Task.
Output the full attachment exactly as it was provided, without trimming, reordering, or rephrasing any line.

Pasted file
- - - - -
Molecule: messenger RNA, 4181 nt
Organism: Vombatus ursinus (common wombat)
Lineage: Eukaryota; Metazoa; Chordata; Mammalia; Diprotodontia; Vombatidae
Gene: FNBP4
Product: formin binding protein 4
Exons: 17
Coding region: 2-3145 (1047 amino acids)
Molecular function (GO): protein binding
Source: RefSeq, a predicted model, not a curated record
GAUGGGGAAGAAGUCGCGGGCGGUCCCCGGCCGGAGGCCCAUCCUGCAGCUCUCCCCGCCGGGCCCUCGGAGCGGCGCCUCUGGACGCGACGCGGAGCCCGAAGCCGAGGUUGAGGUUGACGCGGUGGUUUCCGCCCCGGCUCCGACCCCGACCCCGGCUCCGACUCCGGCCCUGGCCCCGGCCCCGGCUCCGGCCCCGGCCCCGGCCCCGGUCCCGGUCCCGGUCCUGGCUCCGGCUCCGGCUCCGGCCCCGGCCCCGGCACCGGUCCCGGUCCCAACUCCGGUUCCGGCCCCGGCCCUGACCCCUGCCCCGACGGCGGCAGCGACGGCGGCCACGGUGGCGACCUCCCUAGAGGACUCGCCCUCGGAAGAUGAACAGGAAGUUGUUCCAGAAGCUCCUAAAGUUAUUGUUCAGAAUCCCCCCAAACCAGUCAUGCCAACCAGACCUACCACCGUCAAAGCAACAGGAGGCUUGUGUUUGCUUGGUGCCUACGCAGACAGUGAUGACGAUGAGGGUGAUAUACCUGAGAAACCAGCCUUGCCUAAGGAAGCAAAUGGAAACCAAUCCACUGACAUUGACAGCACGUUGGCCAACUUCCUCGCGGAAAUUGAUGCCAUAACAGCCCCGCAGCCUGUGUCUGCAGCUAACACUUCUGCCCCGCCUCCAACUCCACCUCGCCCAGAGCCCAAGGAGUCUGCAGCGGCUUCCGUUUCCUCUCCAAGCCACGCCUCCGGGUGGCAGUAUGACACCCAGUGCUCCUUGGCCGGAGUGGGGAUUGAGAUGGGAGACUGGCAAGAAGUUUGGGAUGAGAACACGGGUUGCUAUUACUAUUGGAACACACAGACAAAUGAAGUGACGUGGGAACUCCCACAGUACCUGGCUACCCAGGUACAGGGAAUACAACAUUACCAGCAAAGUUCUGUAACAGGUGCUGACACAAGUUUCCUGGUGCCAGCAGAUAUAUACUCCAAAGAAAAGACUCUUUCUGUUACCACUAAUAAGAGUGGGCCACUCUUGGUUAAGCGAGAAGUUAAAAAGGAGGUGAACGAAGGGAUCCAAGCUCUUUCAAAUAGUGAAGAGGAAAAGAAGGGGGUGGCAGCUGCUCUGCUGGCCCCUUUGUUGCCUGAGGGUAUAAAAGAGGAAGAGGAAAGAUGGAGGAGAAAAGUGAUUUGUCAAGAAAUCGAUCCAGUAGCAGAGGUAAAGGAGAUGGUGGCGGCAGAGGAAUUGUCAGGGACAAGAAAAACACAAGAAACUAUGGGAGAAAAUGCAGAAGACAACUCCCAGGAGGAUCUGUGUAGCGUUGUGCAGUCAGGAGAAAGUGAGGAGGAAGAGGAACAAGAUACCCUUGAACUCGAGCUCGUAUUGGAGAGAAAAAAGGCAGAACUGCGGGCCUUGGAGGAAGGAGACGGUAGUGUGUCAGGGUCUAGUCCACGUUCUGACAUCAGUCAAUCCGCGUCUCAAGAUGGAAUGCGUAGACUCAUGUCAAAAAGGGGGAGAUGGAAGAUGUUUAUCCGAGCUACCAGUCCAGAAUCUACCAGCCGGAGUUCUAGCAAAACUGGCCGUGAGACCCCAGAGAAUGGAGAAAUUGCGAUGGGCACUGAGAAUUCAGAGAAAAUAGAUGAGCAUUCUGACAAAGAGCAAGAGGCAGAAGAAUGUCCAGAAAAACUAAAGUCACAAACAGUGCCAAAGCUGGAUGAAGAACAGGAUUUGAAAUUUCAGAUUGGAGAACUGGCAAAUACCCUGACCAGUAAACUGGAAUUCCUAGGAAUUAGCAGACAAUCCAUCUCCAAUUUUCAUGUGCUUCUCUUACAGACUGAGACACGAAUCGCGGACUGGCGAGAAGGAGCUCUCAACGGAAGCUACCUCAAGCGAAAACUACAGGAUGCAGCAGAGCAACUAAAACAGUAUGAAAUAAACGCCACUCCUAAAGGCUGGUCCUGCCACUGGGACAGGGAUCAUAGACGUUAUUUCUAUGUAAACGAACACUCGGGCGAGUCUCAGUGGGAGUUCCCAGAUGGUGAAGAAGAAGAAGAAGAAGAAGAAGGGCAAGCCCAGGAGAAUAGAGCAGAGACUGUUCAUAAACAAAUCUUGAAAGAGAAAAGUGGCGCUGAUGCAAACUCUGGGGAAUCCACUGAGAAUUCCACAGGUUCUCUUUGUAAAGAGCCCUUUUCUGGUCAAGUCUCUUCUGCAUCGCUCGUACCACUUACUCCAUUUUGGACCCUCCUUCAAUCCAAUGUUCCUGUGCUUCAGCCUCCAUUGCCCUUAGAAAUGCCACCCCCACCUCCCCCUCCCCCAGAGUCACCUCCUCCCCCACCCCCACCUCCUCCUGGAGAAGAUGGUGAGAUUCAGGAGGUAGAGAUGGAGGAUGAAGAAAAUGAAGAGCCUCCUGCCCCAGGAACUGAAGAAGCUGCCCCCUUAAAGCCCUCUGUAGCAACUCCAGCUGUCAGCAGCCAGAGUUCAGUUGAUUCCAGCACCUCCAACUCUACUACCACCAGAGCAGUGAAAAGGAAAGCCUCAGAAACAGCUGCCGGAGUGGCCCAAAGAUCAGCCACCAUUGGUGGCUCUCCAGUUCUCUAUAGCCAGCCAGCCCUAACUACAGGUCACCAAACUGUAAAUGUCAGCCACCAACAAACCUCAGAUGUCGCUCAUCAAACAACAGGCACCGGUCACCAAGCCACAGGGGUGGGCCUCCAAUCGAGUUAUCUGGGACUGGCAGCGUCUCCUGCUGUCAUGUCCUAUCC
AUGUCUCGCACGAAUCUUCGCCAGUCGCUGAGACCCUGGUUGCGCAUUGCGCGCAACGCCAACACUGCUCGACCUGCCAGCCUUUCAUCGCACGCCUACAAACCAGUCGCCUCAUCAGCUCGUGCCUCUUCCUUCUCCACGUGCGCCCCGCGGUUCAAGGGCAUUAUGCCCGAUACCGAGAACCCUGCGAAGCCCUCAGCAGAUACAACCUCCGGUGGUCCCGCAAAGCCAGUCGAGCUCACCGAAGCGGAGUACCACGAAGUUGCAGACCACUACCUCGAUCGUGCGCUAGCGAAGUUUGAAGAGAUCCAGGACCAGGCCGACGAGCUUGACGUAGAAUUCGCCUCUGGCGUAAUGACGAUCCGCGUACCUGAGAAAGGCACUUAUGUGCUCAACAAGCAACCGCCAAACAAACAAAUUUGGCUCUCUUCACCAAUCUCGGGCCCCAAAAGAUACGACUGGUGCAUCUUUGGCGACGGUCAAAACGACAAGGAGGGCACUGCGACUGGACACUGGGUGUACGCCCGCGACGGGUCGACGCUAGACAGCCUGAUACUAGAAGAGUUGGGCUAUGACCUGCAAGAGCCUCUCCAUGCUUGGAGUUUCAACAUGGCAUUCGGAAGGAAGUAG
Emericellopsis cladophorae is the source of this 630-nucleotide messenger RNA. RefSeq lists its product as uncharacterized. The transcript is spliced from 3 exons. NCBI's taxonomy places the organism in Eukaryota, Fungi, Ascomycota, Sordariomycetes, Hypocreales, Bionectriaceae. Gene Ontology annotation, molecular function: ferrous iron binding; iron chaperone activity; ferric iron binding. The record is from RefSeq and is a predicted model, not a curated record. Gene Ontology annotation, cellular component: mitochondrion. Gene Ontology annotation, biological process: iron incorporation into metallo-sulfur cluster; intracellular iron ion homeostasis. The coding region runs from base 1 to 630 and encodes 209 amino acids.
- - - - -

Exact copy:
Molecule: messenger RNA, 4181 nt
Organism: Vombatus ursinus (common wombat)
Lineage: Eukaryota; Metazoa; Chordata; Mammalia; Diprotodontia; Vombatidae
Gene: FNBP4
Product: formin binding protein 4
Exons: 17
Coding region: 2-3145 (1047 amino acids)
Molecular function (GO): protein binding
Source: RefSeq, a predicted model, not a curated record
GAUGGGGAAGAAGUCGCGGGCGGUCCCCGGCCGGAGGCCCAUCCUGCAGCUCUCCCCGCCGGGCCCUCGGAGCGGCGCCUCUGGACGCGACGCGGAGCCCGAAGCCGAGGUUGAGGUUGACGCGGUGGUUUCCGCCCCGGCUCCGACCCCGACCCCGGCUCCGACUCCGGCCCUGGCCCCGGCCCCGGCUCCGGCCCCGGCCCCGGCCCCGGUCCCGGUCCCGGUCCUGGCUCCGGCUCCGGCUCCGGCCCCGGCCCCGGCACCGGUCCCGGUCCCAACUCCGGUUCCGGCCCCGGCCCUGACCCCUGCCCCGACGGCGGCAGCGACGGCGGCCACGGUGGCGACCUCCCUAGAGGACUCGCCCUCGGAAGAUGAACAGGAAGUUGUUCCAGAAGCUCCUAAAGUUAUUGUUCAGAAUCCCCCCAAACCAGUCAUGCCAACCAGACCUACCACCGUCAAAGCAACAGGAGGCUUGUGUUUGCUUGGUGCCUACGCAGACAGUGAUGACGAUGAGGGUGAUAUACCUGAGAAACCAGCCUUGCCUAAGGAAGCAAAUGGAAACCAAUCCACUGACAUUGACAGCACGUUGGCCAACUUCCUCGCGGAAAUUGAUGCCAUAACAGCCCCGCAGCCUGUGUCUGCAGCUAACACUUCUGCCCCGCCUCCAACUCCACCUCGCCCAGAGCCCAAGGAGUCUGCAGCGGCUUCCGUUUCCUCUCCAAGCCACGCCUCCGGGUGGCAGUAUGACACCCAGUGCUCCUUGGCCGGAGUGGGGAUUGAGAUGGGAGACUGGCAAGAAGUUUGGGAUGAGAACACGGGUUGCUAUUACUAUUGGAACACACAGACAAAUGAAGUGACGUGGGAACUCCCACAGUACCUGGCUACCCAGGUACAGGGAAUACAACAUUACCAGCAAAGUUCUGUAACAGGUGCUGACACAAGUUUCCUGGUGCCAGCAGAUAUAUACUCCAAAGAAAAGACUCUUUCUGUUACCACUAAUAAGAGUGGGCCACUCUUGGUUAAGCGAGAAGUUAAAAAGGAGGUGAACGAAGGGAUCCAAGCUCUUUCAAAUAGUGAAGAGGAAAAGAAGGGGGUGGCAGCUGCUCUGCUGGCCCCUUUGUUGCCUGAGGGUAUAAAAGAGGAAGAGGAAAGAUGGAGGAGAAAAGUGAUUUGUCAAGAAAUCGAUCCAGUAGCAGAGGUAAAGGAGAUGGUGGCGGCAGAGGAAUUGUCAGGGACAAGAAAAACACAAGAAACUAUGGGAGAAAAUGCAGAAGACAACUCCCAGGAGGAUCUGUGUAGCGUUGUGCAGUCAGGAGAAAGUGAGGAGGAAGAGGAACAAGAUACCCUUGAACUCGAGCUCGUAUUGGAGAGAAAAAAGGCAGAACUGCGGGCCUUGGAGGAAGGAGACGGUAGUGUGUCAGGGUCUAGUCCACGUUCUGACAUCAGUCAAUCCGCGUCUCAAGAUGGAAUGCGUAGACUCAUGUCAAAAAGGGGGAGAUGGAAGAUGUUUAUCCGAGCUACCAGUCCAGAAUCUACCAGCCGGAGUUCUAGCAAAACUGGCCGUGAGACCCCAGAGAAUGGAGAAAUUGCGAUGGGCACUGAGAAUUCAGAGAAAAUAGAUGAGCAUUCUGACAAAGAGCAAGAGGCAGAAGAAUGUCCAGAAAAACUAAAGUCACAAACAGUGCCAAAGCUGGAUGAAGAACAGGAUUUGAAAUUUCAGAUUGGAGAACUGGCAAAUACCCUGACCAGUAAACUGGAAUUCCUAGGAAUUAGCAGACAAUCCAUCUCCAAUUUUCAUGUGCUUCUCUUACAGACUGAGACACGAAUCGCGGACUGGCGAGAAGGAGCUCUCAACGGAAGCUACCUCAAGCGAAAACUACAGGAUGCAGCAGAGCAACUAAAACAGUAUGAAAUAAACGCCACUCCUAAAGGCUGGUCCUGCCACUGGGACAGGGAUCAUAGACGUUAUUUCUAUGUAAACGAACACUCGGGCGAGUCUCAGUGGGAGUUCCCAGAUGGUGAAGAAGAAGAAGAAGAAGAAGAAGGGCAAGCCCAGGAGAAUAGAGCAGAGACUGUUCAUAAACAAAUCUUGAAAGAGAAAAGUGGCGCUGAUGCAAACUCUGGGGAAUCCACUGAGAAUUCCACAGGUUCUCUUUGUAAAGAGCCCUUUUCUGGUCAAGUCUCUUCUGCAUCGCUCGUACCACUUACUCCAUUUUGGACCCUCCUUCAAUCCAAUGUUCCUGUGCUUCAGCCUCCAUUGCCCUUAGAAAUGCCACCCCCACCUCCCCCUCCCCCAGAGUCACCUCCUCCCCCACCCCCACCUCCUCCUGGAGAAGAUGGUGAGAUUCAGGAGGUAGAGAUGGAGGAUGAAGAAAAUGAAGAGCCUCCUGCCCCAGGAACUGAAGAAGCUGCCCCCUUAAAGCCCUCUGUAGCAACUCCAGCUGUCAGCAGCCAGAGUUCAGUUGAUUCCAGCACCUCCAACUCUACUACCACCAGAGCAGUGAAAAGGAAAGCCUCAGAAACAGCUGCCGGAGUGGCCCAAAGAUCAGCCACCAUUGGUGGCUCUCCAGUUCUCUAUAGCCAGCCAGCCCUAACUACAGGUCACCAAACUGUAAAUGUCAGCCACCAACAAACCUCAGAUGUCGCUCAUCAAACAACAGGCACCGGUCACCAAGCCACAGGGGUGGGCCUCCAAUCGAGUUAUCUGGGACUGGCAGCGUCUCCUGCUGUCAUGUCCUAUCC
AUGUCUCGCACGAAUCUUCGCCAGUCGCUGAGACCCUGGUUGCGCAUUGCGCGCAACGCCAACACUGCUCGACCUGCCAGCCUUUCAUCGCACGCCUACAAACCAGUCGCCUCAUCAGCUCGUGCCUCUUCCUUCUCCACGUGCGCCCCGCGGUUCAAGGGCAUUAUGCCCGAUACCGAGAACCCUGCGAAGCCCUCAGCAGAUACAACCUCCGGUGGUCCCGCAAAGCCAGUCGAGCUCACCGAAGCGGAGUACCACGAAGUUGCAGACCACUACCUCGAUCGUGCGCUAGCGAAGUUUGAAGAGAUCCAGGACCAGGCCGACGAGCUUGACGUAGAAUUCGCCUCUGGCGUAAUGACGAUCCGCGUACCUGAGAAAGGCACUUAUGUGCUCAACAAGCAACCGCCAAACAAACAAAUUUGGCUCUCUUCACCAAUCUCGGGCCCCAAAAGAUACGACUGGUGCAUCUUUGGCGACGGUCAAAACGACAAGGAGGGCACUGCGACUGGACACUGGGUGUACGCCCGCGACGGGUCGACGCUAGACAGCCUGAUACUAGAAGAGUUGGGCUAUGACCUGCAAGAGCCUCUCCAUGCUUGGAGUUUCAACAUGGCAUUCGGAAGGAAGUAG
Emericellopsis cladophorae is the source of this 630-nucleotide messenger RNA. RefSeq lists its product as uncharacterized. The transcript is spliced from 3 exons. NCBI's taxonomy places the organism in Eukaryota, Fungi, Ascomycota, Sordariomycetes, Hypocreales, Bionectriaceae. Gene Ontology annotation, molecular function: ferrous iron binding; iron chaperone activity; ferric iron binding. The record is from RefSeq and is a predicted model, not a curated record. Gene Ontology annotation, cellular component: mitochondrion. Gene Ontology annotation, biological process: iron incorporation into metallo-sulfur cluster; intracellular iron ion homeostasis. The coding region runs from base 1 to 630 and encodes 209 amino acids.